Not even piggy-banks are safe - Thieves 'stole more than £10,000 in loose change'
Published 21/01/2013 | 20:44
POLICE are hunting thieves who broke in to a house and stole more than £10,000 of loose change hoarded in bottles.
John Benzie, 64, had been collecting the coins for around 20 years, emptying any loose change into the dozens of gallon bottles scattered around his house each time he broke a note.
But thieves broke into his house, near the Victoria Hotel which he runs in Forres, Moray, on Friday and escaped with “a five figure sum” as they took his entire collection.
Grampian Police said the crime was “highly unusual” as the thieves left everything else and took only the bottles of change.
Most of them were full and officers believe a car would have been needed to transport the haul.
Mr Benzie's sister, Marlene Ross, who also works in the hotel, said her brother, had been hoarding the coins over many years.
She said: “He is a bit of a hoarder and had collected the money over a period of around 15 to 20 years.
“I can't even begin to guess how many bottles there were full of coins but there would have been thousands of pounds' worth anyway.
“There were dozens of bottles and most of them were full. Any loose change he had would go in them.
“If he went to the shop for a paper or some bread and break a note he would put whatever was left over in the bottles.”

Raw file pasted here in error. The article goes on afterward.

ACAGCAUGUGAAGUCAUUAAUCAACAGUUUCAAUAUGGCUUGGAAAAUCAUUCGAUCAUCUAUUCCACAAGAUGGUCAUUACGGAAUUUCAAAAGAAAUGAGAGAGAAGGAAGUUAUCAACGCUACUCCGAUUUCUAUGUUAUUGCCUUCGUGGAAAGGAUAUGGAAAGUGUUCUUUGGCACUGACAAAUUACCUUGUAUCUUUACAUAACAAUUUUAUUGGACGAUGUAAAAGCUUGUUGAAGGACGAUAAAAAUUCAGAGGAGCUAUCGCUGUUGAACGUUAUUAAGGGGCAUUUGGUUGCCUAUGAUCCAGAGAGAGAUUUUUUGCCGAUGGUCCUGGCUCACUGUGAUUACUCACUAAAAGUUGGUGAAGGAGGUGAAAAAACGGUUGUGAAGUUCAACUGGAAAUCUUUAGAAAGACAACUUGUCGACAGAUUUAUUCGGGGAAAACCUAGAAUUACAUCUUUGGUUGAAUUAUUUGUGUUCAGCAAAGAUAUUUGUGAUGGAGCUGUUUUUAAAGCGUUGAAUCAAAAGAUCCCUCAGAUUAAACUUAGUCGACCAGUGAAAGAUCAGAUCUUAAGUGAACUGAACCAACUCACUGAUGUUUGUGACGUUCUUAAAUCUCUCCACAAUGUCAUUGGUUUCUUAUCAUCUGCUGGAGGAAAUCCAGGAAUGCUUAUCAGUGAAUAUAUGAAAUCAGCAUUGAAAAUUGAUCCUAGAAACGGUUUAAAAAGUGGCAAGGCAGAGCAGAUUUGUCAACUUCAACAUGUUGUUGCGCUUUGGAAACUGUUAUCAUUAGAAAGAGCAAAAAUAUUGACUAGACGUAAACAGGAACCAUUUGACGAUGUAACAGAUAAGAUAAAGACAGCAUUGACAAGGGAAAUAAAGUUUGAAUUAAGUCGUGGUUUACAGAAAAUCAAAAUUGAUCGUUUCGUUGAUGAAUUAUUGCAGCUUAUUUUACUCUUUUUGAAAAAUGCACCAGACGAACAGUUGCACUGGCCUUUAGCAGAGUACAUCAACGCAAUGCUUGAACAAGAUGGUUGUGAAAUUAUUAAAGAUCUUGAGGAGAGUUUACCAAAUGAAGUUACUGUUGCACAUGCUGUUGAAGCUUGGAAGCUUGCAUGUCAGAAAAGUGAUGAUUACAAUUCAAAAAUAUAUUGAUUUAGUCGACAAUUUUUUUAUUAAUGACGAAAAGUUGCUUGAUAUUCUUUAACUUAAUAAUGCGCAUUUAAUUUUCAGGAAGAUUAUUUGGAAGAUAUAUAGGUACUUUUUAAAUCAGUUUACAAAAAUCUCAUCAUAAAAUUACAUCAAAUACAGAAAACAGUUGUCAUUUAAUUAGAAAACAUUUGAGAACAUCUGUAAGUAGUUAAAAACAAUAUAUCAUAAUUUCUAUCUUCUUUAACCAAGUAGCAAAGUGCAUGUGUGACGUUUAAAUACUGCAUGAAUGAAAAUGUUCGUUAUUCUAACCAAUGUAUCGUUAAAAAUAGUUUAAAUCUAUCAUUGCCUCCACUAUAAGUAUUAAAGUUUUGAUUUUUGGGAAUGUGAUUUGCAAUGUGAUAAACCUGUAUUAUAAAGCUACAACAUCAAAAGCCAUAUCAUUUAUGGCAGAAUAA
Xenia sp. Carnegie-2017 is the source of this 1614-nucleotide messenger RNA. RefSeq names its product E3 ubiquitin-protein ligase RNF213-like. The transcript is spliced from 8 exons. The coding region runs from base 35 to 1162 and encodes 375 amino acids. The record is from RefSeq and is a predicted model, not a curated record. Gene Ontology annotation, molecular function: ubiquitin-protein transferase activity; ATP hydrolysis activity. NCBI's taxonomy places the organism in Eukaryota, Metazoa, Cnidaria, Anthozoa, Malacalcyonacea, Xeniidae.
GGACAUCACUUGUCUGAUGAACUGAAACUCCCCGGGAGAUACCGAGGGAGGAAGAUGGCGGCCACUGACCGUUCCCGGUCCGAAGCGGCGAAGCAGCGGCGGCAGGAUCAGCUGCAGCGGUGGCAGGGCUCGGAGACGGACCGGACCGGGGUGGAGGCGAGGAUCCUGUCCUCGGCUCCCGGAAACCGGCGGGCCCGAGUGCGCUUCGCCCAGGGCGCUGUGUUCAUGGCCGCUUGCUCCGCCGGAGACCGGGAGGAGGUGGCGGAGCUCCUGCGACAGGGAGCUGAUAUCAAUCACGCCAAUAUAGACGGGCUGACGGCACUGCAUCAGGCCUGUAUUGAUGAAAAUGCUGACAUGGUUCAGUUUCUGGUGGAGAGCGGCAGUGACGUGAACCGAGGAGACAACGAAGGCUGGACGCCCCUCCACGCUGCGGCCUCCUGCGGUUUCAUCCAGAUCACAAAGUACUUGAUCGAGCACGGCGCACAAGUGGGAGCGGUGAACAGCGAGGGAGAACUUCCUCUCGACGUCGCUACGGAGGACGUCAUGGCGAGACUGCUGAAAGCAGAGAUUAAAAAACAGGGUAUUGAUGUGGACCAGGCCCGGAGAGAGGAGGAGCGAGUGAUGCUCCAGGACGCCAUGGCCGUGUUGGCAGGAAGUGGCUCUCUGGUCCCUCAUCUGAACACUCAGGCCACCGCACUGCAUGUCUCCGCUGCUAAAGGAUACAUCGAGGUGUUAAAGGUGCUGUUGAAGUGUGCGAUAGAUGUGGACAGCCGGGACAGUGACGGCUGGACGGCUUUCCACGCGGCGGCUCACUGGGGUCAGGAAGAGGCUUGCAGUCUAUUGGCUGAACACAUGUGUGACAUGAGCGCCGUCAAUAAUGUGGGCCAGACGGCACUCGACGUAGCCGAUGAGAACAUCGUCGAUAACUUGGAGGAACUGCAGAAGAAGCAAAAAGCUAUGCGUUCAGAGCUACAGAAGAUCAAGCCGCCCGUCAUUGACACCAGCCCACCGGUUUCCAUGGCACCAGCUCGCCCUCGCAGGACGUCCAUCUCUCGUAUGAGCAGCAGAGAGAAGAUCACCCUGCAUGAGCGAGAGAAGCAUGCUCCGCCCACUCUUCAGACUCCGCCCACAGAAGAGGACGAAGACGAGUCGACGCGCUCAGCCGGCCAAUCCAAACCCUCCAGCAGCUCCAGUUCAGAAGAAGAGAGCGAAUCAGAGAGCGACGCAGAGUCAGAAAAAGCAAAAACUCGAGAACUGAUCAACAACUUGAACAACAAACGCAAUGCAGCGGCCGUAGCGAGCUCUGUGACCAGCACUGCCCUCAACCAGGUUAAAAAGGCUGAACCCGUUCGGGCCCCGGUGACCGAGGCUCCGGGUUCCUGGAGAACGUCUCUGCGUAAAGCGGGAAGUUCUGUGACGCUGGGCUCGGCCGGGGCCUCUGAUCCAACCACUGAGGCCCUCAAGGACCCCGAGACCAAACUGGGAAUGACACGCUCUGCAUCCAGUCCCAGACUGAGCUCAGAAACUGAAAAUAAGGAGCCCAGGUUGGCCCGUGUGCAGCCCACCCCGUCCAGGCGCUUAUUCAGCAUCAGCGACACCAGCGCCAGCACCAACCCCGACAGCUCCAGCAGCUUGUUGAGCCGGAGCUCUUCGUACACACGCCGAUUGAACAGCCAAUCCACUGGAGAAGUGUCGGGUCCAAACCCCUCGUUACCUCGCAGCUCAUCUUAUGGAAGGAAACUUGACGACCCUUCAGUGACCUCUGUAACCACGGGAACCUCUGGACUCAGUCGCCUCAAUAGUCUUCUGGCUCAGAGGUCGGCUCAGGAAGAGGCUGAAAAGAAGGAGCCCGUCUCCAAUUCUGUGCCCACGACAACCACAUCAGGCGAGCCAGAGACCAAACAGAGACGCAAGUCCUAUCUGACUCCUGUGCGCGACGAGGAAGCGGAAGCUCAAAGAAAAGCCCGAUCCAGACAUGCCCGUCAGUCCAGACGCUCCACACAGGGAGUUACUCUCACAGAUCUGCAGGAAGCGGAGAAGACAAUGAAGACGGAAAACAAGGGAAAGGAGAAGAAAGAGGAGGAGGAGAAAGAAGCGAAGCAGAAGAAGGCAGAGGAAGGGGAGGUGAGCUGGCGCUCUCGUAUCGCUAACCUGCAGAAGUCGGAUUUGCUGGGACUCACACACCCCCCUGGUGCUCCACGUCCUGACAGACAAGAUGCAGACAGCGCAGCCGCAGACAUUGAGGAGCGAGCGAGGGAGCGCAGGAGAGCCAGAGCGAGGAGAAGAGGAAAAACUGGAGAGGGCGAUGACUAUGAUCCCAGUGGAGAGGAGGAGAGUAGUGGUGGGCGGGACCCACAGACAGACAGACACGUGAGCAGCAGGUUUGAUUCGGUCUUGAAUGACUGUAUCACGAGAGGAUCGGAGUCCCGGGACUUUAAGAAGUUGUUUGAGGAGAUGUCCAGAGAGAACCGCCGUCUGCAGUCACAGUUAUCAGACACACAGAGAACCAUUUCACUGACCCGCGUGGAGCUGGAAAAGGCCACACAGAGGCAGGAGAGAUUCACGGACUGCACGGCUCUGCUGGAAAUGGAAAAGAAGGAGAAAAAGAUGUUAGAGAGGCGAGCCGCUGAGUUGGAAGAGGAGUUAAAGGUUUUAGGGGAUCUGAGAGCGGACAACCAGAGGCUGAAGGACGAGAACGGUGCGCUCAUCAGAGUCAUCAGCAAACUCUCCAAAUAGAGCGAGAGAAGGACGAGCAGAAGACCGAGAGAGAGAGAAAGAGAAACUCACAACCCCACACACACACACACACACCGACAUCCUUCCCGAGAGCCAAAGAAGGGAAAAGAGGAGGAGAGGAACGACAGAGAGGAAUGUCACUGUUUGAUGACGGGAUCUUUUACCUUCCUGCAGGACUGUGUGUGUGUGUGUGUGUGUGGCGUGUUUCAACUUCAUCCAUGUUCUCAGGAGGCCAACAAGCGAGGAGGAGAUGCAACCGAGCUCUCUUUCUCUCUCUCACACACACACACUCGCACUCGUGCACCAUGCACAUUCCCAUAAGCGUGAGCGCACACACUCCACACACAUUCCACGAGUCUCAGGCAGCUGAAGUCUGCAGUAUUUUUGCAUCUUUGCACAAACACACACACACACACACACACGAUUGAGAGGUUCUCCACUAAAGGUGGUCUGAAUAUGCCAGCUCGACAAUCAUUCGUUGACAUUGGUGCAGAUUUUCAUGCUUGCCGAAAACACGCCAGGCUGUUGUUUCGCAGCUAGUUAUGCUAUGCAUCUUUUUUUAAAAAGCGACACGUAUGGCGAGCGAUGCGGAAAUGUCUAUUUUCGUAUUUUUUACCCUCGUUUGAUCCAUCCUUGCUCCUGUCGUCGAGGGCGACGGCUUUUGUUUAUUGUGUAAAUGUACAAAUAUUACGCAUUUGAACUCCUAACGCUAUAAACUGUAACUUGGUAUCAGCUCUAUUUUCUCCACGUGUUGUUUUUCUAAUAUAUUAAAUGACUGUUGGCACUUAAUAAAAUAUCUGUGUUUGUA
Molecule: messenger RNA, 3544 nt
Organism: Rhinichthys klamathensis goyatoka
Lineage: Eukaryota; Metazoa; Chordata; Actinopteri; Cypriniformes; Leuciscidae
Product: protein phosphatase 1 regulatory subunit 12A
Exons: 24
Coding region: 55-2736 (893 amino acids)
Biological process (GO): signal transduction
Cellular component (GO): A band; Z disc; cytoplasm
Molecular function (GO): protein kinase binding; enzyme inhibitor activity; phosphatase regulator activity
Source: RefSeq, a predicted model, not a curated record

The theft comes after figures released last year showed more than £5.6 billion in cash is stashed away in the UK's homes, largely unprotected.
One in 10 people said they believed their money was safer tucked under mattresses and in jam jars than in a bank, the Financial Services Compensation Scheme (FSCS) survey showed.
But the FSCS warned even the top insurance policies only cover people for up to around £1,000 in cash.
Excluding the contents of their wallets, people typically keep £218 at home, while around one in 33 people has more than £1,000 squirreled away in their house, the survey found.
Officers investigating the theft urged banks and businesses in the Forres area to look out for people trying to cash in the coins.
Brian Milne, the investigating officer, added: “This is a most unusual crime for the town which was carried out on a busy thoroughfare.
“Any local businesses or banks, who may be suspicious of persons trying to change or deposit large quantities of coinage, are asked to contact Grampian police.”
A force spokeswoman said it was possible the thief or thieves knew the coins were in the house, but added that police were “investigating all lines of inquiry".
“I haven't heard of another incident like it, and certainly never coins of such value - it's an unusually high sum in mid-five figures,” she said.
"There were several bottles containing various denominations of coins.”
Police are also checking CCTV footage from the area after a witness reported seeing a man with a light-coloured car near the house beside the Victoria Hotel on Nairn Road, between 7pm and 11.15pm on Friday.
He was described as white, slim build, approximately 5' 10" in height, aged in his 20s or 30s, with short dark hair, clean shaven, local accent and wearing a dark coloured waist length lightweight jacket.
Mr Benzie did not wish to comment.
Wesley Johnson Telegraph.co.uk